What the Heck is a Frame-Pedestal Aesthetic?

1960s Revolution in American Art Revisited

by Alec Clayton – It was 1970. For thousands of years, Western art had consisted of pictures on walls and sculptures on pedestals meant to be admired for their beauty – the frame-pedestal aesthetic. But in the 1950s and 1960s there was a profusion of new and different happenings in the world of visual art that in many ways ended what art critics and historians had written about as an orderly, chronological evolution of European and American art beginning roughly with the Italian Renaissance and reaching its zenith with the Abstract Expressionists in New York.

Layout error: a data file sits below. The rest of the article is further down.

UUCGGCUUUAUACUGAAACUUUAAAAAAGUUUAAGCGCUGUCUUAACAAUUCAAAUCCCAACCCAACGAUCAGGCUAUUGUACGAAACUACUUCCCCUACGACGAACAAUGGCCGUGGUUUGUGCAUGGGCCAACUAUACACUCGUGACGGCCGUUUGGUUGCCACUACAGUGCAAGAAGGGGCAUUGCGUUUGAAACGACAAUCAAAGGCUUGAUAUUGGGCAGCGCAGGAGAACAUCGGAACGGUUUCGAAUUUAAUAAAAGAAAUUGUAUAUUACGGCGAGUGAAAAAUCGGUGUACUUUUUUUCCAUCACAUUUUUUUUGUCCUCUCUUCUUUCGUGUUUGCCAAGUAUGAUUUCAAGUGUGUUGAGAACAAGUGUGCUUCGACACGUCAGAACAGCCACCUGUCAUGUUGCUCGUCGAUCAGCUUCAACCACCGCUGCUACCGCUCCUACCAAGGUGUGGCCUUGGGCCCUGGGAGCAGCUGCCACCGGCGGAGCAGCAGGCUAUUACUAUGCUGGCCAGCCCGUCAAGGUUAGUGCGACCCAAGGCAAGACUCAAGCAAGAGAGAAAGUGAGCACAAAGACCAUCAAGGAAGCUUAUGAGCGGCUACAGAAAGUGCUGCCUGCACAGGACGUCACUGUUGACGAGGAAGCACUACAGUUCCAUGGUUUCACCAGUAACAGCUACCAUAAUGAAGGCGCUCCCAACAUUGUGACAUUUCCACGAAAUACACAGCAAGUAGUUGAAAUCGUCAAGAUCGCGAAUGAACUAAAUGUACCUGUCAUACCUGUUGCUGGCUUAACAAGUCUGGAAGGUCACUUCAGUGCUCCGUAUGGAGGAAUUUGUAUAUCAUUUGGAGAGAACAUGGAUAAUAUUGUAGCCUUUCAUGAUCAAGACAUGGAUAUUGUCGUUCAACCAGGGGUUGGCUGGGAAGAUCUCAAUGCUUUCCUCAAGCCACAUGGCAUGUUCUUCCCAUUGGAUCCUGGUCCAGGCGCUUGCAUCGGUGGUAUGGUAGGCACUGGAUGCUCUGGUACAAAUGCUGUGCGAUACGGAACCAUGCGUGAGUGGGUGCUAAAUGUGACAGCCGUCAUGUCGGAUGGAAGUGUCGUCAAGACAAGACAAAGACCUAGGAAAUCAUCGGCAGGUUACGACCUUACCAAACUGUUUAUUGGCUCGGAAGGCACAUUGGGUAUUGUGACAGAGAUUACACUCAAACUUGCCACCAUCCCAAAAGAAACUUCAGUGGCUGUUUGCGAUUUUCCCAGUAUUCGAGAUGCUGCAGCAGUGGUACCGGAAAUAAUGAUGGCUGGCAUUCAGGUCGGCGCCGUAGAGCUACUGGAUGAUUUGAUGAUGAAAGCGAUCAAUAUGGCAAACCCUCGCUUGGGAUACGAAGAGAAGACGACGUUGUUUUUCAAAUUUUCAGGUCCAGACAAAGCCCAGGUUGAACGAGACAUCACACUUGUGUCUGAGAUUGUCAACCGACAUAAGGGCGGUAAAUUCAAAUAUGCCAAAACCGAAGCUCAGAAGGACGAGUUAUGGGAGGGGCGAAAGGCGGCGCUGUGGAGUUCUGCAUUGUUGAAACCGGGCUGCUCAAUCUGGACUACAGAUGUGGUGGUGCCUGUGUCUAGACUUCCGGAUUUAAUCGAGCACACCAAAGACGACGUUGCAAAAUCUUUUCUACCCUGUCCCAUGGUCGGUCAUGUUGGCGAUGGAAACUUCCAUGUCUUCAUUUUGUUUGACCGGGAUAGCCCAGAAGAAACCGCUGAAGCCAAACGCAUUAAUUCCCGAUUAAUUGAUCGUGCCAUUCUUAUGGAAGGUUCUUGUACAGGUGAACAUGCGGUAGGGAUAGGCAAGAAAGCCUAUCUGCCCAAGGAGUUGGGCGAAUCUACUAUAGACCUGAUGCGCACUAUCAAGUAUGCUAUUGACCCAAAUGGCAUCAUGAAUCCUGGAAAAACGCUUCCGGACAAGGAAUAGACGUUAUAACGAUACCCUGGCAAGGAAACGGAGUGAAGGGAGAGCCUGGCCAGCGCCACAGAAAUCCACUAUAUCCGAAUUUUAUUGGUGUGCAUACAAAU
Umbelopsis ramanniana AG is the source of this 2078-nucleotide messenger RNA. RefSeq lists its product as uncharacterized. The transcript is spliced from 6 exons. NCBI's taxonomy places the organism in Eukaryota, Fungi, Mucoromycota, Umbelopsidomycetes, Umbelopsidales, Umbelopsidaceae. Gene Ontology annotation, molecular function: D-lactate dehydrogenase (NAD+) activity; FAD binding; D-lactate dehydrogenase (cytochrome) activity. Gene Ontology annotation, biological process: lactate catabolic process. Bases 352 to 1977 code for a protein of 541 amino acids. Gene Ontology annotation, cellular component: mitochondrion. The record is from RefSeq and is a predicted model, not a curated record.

Alec Clayton’s 1970 graduate thesis at East Tennessee State University with the academic-sounding title, A Ground for the New Art: An Alternative to the Frame-Pedestal Aesthetic, analyzed what many at the time called the new art.

This book is that thesis with a new title and updated materials. It is an examination of the multitude of new art forms that exploded on the scene in the 1960s, from Pop to Happenings to Color Field Painting to Earth Art to Photo-Realism to mail art and more.

Read the reviews.

Order What is What the Heck is a Frame-Pedestal Aesthetic? from your favorite bookstore or Amazon.

Publication year: 2020
Trade paper, 64 pages with color illustrations
$14.00 Amazon ISBN: 979-8664224030

Related blog posts by Alec Clayton:

Post-Postmodern Postscript to What the Heck is a Frame-Pedestal Aesthetic?
July 5, 2020

reassessing “the new art”
June 4, 2020

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